Macroeconomics 'Experts' Apply Astrology, Not Science

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In the early 1980’s, the Wall Street Journal asked liberal economist John Kenneth Galbraith and conservative economist Milton Friedman to predict the macroeconomic trends over the next two years. Both agreed that inflation would rise above 10%, and both accused the other of obtaining his prediction by reading chicken entrails. Both were wrong about inflation, but both were right about the chicken entrails.

Galbraith and Friedman were two of the leading late twentieth century experts in macroeconomics --- the study of the national or global economy. They applied different macroeconomic theories to make their predictions. Both predictions were completely wrong, which indicates that the theories from which the predictions were made were also wrong. Today, the United State government is about to embark on a vast macroeconomic experiment to prevent the global economy from collapsing into depression. How can we tell if the course of action recommended by a given economist today is any better than reading entrails? Basing an action on a macroeconomic theory that is wrong is acting at random: the action may make matters worse, much worse that doing nothing. If you don’t know how a machine works, don’t mess with it.

The most authoritative macroeconomic theories are those advanced by Nobel Prize Winners in Economic Science, to use the official title of the prize. The Economics Nobel Prize is awarded at the same time as the Nobel Prize in Physics, Chemistry, and Medicine, the three hard sciences. The implication is that macroeconomics has the same predictive power as the theories of physics, chemistry, and molecular biology. Indeed, we should judge the validity of macroeconomic theories in the same way we judge the theories of the hard sciences. If anything, we should demand even more rigor and reliability from macroeconomics, because it is far more important than any hard science. The failure of macroeconomic actions in the Great Depression led to World War II, in which many millions were killed, to say nothing of the vast misery caused by the Depression itself.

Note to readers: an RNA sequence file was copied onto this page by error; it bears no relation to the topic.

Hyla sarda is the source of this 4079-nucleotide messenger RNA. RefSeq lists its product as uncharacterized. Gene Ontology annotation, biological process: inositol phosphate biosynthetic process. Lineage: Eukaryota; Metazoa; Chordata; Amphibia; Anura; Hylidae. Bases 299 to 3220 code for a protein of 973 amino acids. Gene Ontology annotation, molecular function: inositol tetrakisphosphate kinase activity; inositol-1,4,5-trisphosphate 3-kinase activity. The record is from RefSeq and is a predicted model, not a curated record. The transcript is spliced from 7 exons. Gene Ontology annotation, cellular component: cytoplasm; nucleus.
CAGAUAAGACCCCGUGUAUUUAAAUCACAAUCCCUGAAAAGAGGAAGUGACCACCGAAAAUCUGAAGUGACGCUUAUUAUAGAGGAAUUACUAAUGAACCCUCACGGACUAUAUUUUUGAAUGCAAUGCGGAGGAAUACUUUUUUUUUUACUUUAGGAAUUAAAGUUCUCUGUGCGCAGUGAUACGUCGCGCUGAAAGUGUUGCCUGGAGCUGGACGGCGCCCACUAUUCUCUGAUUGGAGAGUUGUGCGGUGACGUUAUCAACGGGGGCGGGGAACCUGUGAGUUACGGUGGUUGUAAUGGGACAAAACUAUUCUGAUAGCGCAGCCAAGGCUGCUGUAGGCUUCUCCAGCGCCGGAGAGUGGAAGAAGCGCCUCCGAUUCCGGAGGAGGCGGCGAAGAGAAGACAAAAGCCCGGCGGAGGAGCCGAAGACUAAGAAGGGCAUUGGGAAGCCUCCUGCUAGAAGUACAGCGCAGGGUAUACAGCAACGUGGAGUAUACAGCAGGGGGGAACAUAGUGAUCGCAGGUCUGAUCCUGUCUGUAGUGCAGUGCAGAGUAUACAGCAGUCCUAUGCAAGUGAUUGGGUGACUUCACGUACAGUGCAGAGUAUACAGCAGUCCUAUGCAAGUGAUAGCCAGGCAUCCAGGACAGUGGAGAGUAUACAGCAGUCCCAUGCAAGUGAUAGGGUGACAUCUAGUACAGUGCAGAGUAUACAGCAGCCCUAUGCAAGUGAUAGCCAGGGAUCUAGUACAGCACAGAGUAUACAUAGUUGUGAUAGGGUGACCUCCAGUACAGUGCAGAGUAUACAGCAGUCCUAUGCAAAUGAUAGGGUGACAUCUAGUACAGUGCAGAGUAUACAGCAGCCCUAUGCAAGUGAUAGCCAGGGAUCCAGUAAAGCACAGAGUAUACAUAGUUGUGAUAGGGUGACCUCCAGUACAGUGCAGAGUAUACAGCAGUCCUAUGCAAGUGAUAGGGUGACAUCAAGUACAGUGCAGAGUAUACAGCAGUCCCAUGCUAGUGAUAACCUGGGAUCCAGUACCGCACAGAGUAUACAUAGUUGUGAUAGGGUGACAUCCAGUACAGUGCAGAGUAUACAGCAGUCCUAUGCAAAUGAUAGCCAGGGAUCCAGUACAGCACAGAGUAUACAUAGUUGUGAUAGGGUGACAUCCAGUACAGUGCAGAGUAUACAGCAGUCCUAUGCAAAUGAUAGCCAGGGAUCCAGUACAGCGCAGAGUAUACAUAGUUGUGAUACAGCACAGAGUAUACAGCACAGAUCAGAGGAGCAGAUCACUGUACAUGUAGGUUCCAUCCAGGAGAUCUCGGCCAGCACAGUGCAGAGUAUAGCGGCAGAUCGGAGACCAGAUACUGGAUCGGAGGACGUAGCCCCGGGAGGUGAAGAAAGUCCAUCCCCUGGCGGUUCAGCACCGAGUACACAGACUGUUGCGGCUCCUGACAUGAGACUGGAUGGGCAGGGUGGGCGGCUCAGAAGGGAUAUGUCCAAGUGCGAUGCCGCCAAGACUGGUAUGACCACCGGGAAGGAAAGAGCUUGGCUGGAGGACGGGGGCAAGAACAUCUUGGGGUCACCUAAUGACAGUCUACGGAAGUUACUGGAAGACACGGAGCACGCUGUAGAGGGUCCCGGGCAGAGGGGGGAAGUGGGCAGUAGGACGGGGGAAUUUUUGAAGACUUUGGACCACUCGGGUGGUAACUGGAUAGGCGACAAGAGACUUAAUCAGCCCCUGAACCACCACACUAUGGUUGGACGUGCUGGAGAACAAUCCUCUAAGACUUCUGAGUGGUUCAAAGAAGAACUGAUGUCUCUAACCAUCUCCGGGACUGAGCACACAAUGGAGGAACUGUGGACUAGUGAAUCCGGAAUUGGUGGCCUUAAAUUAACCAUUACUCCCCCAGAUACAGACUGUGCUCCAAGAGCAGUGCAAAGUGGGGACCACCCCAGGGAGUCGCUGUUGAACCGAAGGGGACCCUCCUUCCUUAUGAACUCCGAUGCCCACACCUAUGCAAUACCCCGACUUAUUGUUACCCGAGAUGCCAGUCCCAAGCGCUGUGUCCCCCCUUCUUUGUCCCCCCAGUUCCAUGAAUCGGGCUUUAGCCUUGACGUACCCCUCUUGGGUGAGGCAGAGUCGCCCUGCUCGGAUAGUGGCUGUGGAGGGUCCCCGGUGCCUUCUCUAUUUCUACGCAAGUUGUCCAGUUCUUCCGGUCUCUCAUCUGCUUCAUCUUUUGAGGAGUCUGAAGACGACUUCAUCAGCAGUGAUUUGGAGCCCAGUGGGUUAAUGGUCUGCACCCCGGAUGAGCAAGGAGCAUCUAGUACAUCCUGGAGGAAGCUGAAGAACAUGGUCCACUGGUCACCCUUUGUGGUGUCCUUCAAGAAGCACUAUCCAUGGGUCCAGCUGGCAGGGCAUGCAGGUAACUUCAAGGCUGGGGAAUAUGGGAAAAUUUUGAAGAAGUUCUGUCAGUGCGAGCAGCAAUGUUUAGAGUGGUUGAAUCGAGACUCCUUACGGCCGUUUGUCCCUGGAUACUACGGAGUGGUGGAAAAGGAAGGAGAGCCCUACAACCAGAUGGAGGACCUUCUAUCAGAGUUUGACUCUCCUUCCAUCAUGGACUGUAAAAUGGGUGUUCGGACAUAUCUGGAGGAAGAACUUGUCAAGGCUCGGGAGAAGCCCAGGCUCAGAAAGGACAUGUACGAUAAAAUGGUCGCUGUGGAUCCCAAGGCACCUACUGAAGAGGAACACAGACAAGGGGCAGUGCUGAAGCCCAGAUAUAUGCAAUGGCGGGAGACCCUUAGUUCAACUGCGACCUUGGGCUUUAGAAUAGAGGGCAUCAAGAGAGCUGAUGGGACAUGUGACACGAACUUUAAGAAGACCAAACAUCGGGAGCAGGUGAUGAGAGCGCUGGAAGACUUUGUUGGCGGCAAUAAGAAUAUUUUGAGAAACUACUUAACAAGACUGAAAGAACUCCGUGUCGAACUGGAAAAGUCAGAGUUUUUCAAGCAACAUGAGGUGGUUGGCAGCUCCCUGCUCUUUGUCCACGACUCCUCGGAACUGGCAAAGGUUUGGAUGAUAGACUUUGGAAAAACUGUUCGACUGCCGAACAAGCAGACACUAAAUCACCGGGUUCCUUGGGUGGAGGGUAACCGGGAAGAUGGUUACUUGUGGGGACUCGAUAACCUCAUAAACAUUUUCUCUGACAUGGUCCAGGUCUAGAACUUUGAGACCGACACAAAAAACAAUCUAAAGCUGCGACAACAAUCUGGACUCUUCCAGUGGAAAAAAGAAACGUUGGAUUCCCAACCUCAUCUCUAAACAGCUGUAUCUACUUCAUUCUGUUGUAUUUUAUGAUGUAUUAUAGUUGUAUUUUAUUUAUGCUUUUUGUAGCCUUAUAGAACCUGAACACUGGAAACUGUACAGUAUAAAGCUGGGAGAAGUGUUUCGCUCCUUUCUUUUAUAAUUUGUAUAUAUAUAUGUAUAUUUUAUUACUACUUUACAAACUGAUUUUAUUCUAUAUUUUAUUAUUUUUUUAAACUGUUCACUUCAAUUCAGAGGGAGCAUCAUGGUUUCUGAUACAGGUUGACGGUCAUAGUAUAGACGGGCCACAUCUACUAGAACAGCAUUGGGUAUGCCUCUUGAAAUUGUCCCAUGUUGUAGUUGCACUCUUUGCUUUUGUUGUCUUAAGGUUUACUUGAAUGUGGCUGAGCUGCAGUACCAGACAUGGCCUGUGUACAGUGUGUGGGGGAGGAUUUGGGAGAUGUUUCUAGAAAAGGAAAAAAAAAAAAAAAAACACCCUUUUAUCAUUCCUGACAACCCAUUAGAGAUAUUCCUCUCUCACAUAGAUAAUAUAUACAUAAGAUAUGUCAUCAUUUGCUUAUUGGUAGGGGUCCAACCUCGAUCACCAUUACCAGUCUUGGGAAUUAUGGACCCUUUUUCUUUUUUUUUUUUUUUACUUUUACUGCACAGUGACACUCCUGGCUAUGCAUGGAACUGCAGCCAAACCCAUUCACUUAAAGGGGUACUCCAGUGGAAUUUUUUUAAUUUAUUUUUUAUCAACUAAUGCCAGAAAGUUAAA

Years ago, I had a dispute on the comparative rigor of astronomy and macroeconomics with Harvard economist H. Gregory Mankiw, who from 2003 to 2005 was Chair of President Bush’s Council of Economic Advisors. Mankiw admitted that the predictive power of modern macroeconomic theory was abysmal. But he argued that astronomy was no better in the late sixteenth century, when astronomers were debating whether it was Ptolemy or Copernicus who was correct.